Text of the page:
Introducing myself

I remember sitting in a workshop at a Diversity conference in 1987 or so thinking about what the speaker was saying. I was feeling “old” in college at age 31. But this guy was telling me I was still very young because the people who were about to turn 50 then he said, should not be sitting around thinking about their retirement, but instead thinking about what they were going to be doing with their next 50 years. What he said made a lot of sense to me, even that long ago, and the trend has continued for people to live longer. Furthermore our retirement system in this country has fallen on it’s head.
Always figuring I would be one of the people to be around for the second 50 years, since I didn’t smoke, didn’t drink, got regular exercise and had a family history of extreme longevity I figured reasonable care would keep me around and alert to some age with three digits.
I was shocked when by age 45 I was knocked off balance with a horrible prognosis. I had Madelung’s Disease a 3500 year old condition first noted while they were building the Egyptian Pyramids. Pretty soon I was livid. People were dying and no one was doing anything. And because a surgeon had mistaken a Madelung’s mass for something else and had gone chopping into it and the masses seemed to spread throughout my body overnight. Things definitely looked bleak.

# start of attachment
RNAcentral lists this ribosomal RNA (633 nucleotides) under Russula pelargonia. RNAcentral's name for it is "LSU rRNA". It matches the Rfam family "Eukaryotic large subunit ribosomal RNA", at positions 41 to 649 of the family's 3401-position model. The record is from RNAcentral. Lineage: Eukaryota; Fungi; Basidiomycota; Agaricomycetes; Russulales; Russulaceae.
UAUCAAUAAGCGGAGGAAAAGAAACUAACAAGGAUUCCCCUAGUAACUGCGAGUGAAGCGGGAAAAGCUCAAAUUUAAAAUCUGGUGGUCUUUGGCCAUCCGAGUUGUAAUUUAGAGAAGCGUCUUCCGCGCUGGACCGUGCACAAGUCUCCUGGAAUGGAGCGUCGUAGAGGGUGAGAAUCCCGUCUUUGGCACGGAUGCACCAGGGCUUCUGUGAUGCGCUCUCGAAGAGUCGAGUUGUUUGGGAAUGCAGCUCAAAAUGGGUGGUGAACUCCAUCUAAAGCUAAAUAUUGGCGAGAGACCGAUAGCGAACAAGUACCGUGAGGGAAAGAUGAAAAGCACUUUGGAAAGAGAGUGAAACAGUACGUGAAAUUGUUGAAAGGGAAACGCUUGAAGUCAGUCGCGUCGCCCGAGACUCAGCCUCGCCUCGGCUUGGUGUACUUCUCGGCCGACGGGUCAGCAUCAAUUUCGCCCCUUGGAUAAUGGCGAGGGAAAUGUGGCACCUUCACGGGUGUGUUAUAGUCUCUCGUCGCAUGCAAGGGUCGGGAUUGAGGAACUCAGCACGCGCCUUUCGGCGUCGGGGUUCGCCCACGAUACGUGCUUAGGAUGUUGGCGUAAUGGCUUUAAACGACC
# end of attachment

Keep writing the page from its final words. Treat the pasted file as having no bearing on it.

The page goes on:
Frankly with a background in the fine arts and a degree in film, I saw myself as more the science fiction type than the science type. But I wasn’t about to give up my second 50 years without a fight, and doctors were telling me that they had nothing to offer. Madelung’s, a rare metabolic disorder long thought to be of lipid metabolism didn’t have a cure, surgery didn’t usually help, and there wasn’t even any treatment. I’d had years of experience doing research and I spent months on end sitting in front of my computer leafing back and forth in medical dictionaries, reading medical journal articles, and reaching an alarming conclusion…while a few people in other countries were studying Madelungs as a curiosity, in the United States, the official position was that there was no need to do anything.
A 30 year Italian study finished in 2002 told a very different story, Madelungs was deadly and debilitating in and of itself and people died decades ahead of when they would normally die, usually after years of misery.
I decided that while I might be able to cope with dying at a younger age I didn’t want to die like that, lying around for perhaps 20 years waiting to suffocate or starve the two most common modes of death in Madelungs.
I had come along at the right time, HIV patients on drugs called Protease inhibitors were getting something remarkably similar to Madelung’s save for the cause. I wondered if inhibiting protease in them was causing this in people with HIV might people with Madelungs simply not have enough protease to begin with? My Internal med doc heard the same things I did. It was supposedly a “different” protease. I decided with my docs agreement that there was really no reason for me to not try taking Pancreatic Enzymes. Amazingly I noticed immediate improvement. Other patients tried it and they too got better. Patients who did not try it, often on the advice of allopathic doctors who thought I was advocating a form of snake oil continued to get worse and in a couple of cases died.